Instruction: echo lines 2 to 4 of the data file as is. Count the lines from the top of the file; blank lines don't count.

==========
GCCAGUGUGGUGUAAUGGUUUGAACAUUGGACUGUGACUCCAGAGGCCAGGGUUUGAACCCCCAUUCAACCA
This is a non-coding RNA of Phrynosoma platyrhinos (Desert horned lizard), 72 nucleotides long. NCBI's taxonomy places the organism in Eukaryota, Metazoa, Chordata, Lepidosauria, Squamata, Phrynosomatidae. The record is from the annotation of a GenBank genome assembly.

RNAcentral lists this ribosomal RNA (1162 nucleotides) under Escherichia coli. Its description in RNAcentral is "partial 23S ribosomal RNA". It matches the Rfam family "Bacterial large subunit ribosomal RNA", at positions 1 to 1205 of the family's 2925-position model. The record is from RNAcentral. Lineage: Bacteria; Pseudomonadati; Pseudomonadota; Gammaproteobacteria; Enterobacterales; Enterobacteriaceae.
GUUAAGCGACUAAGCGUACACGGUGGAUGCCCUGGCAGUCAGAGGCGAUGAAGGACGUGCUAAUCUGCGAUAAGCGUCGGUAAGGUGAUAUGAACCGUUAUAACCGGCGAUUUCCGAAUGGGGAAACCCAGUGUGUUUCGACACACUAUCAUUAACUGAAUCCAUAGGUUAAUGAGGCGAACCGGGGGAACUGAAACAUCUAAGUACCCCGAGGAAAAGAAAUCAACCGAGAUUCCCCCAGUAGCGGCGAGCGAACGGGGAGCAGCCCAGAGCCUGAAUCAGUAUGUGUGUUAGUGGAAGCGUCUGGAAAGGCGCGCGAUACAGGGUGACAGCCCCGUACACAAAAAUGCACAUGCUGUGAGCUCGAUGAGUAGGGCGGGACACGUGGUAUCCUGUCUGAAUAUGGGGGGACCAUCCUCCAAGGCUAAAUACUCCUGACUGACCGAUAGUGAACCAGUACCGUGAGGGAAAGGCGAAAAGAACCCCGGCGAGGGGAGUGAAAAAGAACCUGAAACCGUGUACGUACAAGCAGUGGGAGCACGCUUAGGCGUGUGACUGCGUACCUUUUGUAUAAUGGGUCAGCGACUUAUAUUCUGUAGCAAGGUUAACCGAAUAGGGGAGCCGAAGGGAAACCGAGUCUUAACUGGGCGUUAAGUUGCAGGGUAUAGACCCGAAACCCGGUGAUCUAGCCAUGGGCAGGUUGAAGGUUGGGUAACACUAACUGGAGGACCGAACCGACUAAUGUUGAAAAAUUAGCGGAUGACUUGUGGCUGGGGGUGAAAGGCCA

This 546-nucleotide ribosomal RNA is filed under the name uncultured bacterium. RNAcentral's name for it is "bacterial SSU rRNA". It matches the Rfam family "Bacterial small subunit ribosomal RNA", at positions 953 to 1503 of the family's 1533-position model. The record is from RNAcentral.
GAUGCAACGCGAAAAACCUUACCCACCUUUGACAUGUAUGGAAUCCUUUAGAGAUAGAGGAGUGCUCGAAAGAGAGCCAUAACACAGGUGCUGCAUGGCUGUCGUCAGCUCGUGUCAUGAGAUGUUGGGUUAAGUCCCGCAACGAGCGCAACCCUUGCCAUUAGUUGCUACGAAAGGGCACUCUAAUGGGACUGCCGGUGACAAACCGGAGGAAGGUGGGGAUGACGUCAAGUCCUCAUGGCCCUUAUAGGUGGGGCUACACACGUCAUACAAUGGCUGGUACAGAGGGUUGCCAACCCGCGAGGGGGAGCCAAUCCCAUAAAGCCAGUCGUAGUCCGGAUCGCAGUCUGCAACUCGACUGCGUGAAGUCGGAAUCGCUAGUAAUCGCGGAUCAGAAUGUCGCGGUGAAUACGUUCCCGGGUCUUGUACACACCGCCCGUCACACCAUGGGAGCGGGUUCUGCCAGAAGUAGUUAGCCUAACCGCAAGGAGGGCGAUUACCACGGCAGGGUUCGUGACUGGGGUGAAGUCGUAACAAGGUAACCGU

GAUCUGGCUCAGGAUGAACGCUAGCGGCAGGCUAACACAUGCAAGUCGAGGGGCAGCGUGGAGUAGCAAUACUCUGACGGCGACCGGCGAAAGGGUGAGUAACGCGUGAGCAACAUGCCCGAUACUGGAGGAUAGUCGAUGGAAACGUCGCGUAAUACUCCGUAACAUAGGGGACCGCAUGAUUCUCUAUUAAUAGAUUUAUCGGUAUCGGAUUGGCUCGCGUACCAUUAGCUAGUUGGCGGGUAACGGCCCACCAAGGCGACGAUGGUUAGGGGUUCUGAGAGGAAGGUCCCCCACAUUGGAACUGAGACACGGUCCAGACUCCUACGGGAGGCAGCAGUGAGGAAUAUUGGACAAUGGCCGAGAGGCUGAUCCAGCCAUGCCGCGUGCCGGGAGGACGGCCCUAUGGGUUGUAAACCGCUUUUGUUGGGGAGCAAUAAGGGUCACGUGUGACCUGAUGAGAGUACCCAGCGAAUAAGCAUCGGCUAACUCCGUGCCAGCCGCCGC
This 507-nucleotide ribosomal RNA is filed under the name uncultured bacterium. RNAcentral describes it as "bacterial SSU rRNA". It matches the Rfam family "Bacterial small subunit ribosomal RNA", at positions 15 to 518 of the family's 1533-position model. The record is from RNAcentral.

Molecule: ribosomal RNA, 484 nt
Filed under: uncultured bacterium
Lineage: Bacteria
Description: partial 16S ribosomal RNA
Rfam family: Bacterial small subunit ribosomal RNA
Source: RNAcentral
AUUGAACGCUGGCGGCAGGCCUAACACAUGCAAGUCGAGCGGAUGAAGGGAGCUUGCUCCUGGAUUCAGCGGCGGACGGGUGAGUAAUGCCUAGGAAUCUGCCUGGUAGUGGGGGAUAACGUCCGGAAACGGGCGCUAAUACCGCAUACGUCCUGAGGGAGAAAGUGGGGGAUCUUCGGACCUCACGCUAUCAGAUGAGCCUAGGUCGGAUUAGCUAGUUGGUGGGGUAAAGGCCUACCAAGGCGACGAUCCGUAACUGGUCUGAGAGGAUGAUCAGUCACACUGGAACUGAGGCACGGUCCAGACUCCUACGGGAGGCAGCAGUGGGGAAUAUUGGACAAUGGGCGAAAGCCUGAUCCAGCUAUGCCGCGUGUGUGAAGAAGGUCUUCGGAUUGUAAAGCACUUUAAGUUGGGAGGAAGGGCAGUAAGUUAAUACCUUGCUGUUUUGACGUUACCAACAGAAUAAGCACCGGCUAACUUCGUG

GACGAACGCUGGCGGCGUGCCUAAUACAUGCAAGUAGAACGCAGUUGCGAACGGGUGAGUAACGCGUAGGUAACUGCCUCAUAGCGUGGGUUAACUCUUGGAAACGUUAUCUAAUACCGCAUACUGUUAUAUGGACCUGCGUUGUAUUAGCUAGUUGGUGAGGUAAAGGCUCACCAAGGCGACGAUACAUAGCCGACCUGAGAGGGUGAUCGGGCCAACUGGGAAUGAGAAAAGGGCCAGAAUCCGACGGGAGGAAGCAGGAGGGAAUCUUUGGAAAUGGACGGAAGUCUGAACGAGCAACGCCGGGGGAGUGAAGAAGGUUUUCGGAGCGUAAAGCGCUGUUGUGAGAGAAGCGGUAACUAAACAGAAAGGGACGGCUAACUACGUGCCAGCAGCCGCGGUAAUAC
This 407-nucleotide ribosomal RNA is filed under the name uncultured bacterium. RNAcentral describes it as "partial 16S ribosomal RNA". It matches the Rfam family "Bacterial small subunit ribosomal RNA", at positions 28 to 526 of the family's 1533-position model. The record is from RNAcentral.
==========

This is a non-coding RNA of Phrynosoma platyrhinos (Desert horned lizard), 72 nucleotides long. NCBI's taxonomy places the organism in Eukaryota, Metazoa, Chordata, Lepidosauria, Squamata, Phrynosomatidae. The record is from the annotation of a GenBank genome assembly.

RNAcentral lists this ribosomal RNA (1162 nucleotides) under Escherichia coli. Its description in RNAcentral is "partial 23S ribosomal RNA". It matches the Rfam family "Bacterial large subunit ribosomal RNA", at positions 1 to 1205 of the family's 2925-position model. The record is from RNAcentral. Lineage: Bacteria; Pseudomonadati; Pseudomonadota; Gammaproteobacteria; Enterobacterales; Enterobacteriaceae.
GUUAAGCGACUAAGCGUACACGGUGGAUGCCCUGGCAGUCAGAGGCGAUGAAGGACGUGCUAAUCUGCGAUAAGCGUCGGUAAGGUGAUAUGAACCGUUAUAACCGGCGAUUUCCGAAUGGGGAAACCCAGUGUGUUUCGACACACUAUCAUUAACUGAAUCCAUAGGUUAAUGAGGCGAACCGGGGGAACUGAAACAUCUAAGUACCCCGAGGAAAAGAAAUCAACCGAGAUUCCCCCAGUAGCGGCGAGCGAACGGGGAGCAGCCCAGAGCCUGAAUCAGUAUGUGUGUUAGUGGAAGCGUCUGGAAAGGCGCGCGAUACAGGGUGACAGCCCCGUACACAAAAAUGCACAUGCUGUGAGCUCGAUGAGUAGGGCGGGACACGUGGUAUCCUGUCUGAAUAUGGGGGGACCAUCCUCCAAGGCUAAAUACUCCUGACUGACCGAUAGUGAACCAGUACCGUGAGGGAAAGGCGAAAAGAACCCCGGCGAGGGGAGUGAAAAAGAACCUGAAACCGUGUACGUACAAGCAGUGGGAGCACGCUUAGGCGUGUGACUGCGUACCUUUUGUAUAAUGGGUCAGCGACUUAUAUUCUGUAGCAAGGUUAACCGAAUAGGGGAGCCGAAGGGAAACCGAGUCUUAACUGGGCGUUAAGUUGCAGGGUAUAGACCCGAAACCCGGUGAUCUAGCCAUGGGCAGGUUGAAGGUUGGGUAACACUAACUGGAGGACCGAACCGACUAAUGUUGAAAAAUUAGCGGAUGACUUGUGGCUGGGGGUGAAAGGCCA